In the fall of 2018, the first legal, scheduled grizzly bear hunt managed by a state government will be held in Wyoming. Much of the Greater Yellowstone Ecosystem (GYE) is in the state of Wyoming. Grizzly bear/human conflicts have escalated with the expanding grizzly population. In 2017, of the 56 known and probable deaths of grizzly bears in the GYE, most were caused when bears attacked people or were destroying property.
Names will be drawn until 10 hunters have paid for their licenses and certified they’ve taken a firearms safety course. Each license will be valid for a 10-day window of opportunity.
If approved, hunting could account for a sizeable portion of grizzly deaths in the region this year but not likely the biggest. Of the 56 known and suspected deaths of Yellowstone grizzlies in 2017, 40 were caused by people including 19 killed by elk hunters and others in self-defense.
The data base for grizzly bear mortality in the GYE is available on the Internet, provided by the United States Geological Survey. They conveniently list the place and cause of death in the intensively studied grizzly population.
Looking only at the grizzly deaths that occurred in Wyoming, there were 35 in 2017. Of those 35, 13 were killed by government management officials because of depredations, destroying property, and being a direct threat to humans. Nine other grizzlys were killed while attacking humans, in self defense (or as a result of the attack).
One grizzly was killed by a hunter who mistook it for a black bear. One was killed in a road accident. Three died of natural causes, of which two were killed by other bears. For the remaining eight bears, the cause of death was unknown for five and under investigation for three.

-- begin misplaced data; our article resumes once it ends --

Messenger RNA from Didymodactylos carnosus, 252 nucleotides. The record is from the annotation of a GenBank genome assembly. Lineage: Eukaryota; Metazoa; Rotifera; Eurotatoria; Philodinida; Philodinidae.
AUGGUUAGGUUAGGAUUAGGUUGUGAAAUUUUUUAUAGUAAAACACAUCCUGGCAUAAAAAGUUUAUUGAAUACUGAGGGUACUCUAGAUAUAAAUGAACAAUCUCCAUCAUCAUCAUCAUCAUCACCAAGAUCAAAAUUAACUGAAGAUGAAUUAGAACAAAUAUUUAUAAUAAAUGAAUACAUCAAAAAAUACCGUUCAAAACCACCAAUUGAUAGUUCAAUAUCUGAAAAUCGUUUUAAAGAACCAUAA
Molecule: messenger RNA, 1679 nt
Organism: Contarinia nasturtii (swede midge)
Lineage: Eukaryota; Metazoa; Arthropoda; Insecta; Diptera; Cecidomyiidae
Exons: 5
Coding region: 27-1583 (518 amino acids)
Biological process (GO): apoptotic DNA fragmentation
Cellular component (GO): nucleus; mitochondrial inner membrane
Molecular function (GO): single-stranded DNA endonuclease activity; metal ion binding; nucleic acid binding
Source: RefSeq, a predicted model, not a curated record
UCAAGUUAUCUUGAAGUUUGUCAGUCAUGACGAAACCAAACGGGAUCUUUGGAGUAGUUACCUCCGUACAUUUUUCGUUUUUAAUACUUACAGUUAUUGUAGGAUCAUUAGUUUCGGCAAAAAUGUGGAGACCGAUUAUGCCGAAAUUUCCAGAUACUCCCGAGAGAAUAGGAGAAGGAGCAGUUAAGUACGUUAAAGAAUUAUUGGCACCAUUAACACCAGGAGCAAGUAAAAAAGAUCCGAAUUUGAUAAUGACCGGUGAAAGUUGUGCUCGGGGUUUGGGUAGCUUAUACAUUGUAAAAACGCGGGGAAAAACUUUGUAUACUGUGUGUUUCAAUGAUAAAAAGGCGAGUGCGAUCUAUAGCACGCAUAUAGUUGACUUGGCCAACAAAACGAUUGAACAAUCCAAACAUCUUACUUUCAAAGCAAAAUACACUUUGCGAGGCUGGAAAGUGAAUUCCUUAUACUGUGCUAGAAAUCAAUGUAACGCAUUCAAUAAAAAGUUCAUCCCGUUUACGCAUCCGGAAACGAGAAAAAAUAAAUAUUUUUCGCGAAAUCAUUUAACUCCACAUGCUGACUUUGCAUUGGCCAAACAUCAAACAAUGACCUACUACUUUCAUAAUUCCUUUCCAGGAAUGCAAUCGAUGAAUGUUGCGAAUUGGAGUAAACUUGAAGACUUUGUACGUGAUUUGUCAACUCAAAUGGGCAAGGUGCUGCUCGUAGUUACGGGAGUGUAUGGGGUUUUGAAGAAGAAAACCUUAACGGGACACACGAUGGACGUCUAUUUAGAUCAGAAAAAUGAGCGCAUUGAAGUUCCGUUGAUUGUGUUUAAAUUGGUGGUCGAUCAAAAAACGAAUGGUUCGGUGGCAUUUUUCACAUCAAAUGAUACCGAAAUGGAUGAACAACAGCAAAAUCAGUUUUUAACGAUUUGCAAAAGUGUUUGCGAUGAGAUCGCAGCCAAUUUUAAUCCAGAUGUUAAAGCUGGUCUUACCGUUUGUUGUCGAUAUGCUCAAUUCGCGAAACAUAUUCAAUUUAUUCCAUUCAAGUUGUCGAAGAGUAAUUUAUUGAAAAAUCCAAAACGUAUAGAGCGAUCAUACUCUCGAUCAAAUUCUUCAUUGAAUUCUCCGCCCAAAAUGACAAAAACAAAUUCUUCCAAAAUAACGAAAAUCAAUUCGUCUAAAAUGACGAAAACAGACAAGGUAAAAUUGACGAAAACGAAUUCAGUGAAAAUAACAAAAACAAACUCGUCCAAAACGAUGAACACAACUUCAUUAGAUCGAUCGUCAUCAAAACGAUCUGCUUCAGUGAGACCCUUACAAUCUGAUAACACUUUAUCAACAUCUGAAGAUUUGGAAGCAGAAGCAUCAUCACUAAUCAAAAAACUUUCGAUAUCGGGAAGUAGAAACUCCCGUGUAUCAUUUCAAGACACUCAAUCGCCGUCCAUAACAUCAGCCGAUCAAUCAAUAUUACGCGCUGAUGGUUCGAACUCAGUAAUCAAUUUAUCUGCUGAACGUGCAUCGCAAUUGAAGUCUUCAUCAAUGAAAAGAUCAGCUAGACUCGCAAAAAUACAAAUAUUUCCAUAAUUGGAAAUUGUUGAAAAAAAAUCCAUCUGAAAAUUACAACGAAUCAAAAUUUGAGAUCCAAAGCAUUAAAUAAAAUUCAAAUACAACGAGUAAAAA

Bears are a sustainable resource whose increasing population is creating more and more conflicts with humans in Wyoming.
Those who disparage the danger that bears pose often say you are more likely to be killed by lightning than attacked by a bear.
Wyoming is considered the number one state for death by lightning. Wyoming averages about .72 deaths by lightning per year, or 1.25 per million.
In 2017, counting only grizzly bear attacks where the bear was investigated and known to have been killed in self defense, there were nine. This does not count black bear attacks, attacks where the bear was not killed, or where the attack was never reported to the authorities.
Even with those incomplete figures, in Wyoming in 2017, you were 12 times as likely to be attacked by a bear as you are to be killed by a lightning strike.
When bears are hunted, they learn to associate humans with danger. There are a number of mechanisms for this to occur. Bears have incredibly sensitive noses. They are also cannibals. If they find a bear carcass that has been killed by a human, they will associate humans with danger. If bears are hunted with dogs, and not killed, they will associate dogs with danger. If bears are stung by debris or fragments from a close shot, they will learn to associate shooting and humans with danger. If near grown cubs are with a adult bear that is killed by humans, the cub will associate humans with danger.
Up until the 1960’s bears were considered dangerous wild animals. Bears were hunted so hard people began to believe that bears were naturally afraid of humans. It was not true. As more protections for bears have been added to human law, more bears failed to learn that humans are dangerous.
The more bears are hunted, the more they will associate humans with danger. Bears with the most aggressive learned behavior will be selected out of the bear population.
In Wyoming, in 2017, at least 22 grizzly bears were deliberately killed because they endangered humans and their property.
In 2018, 22 permits will be issued to hunt and kill bears. The number may be coincidental. The state of Wyoming will charge between $600 and $6,000 for the permits. Instead of costing the state and people of Wyoming to control the grizzly bear population, hunters will pay the State to control the population for them.
The more bears learn to fear humans, the safer humans will be. The more bears learn to fear humans, the more bear management will be done on a scientific basis, instead of reacting to bear-human conflicts.
©2018 by Dean Weingarten: Permission to share is granted when this notice and link are included.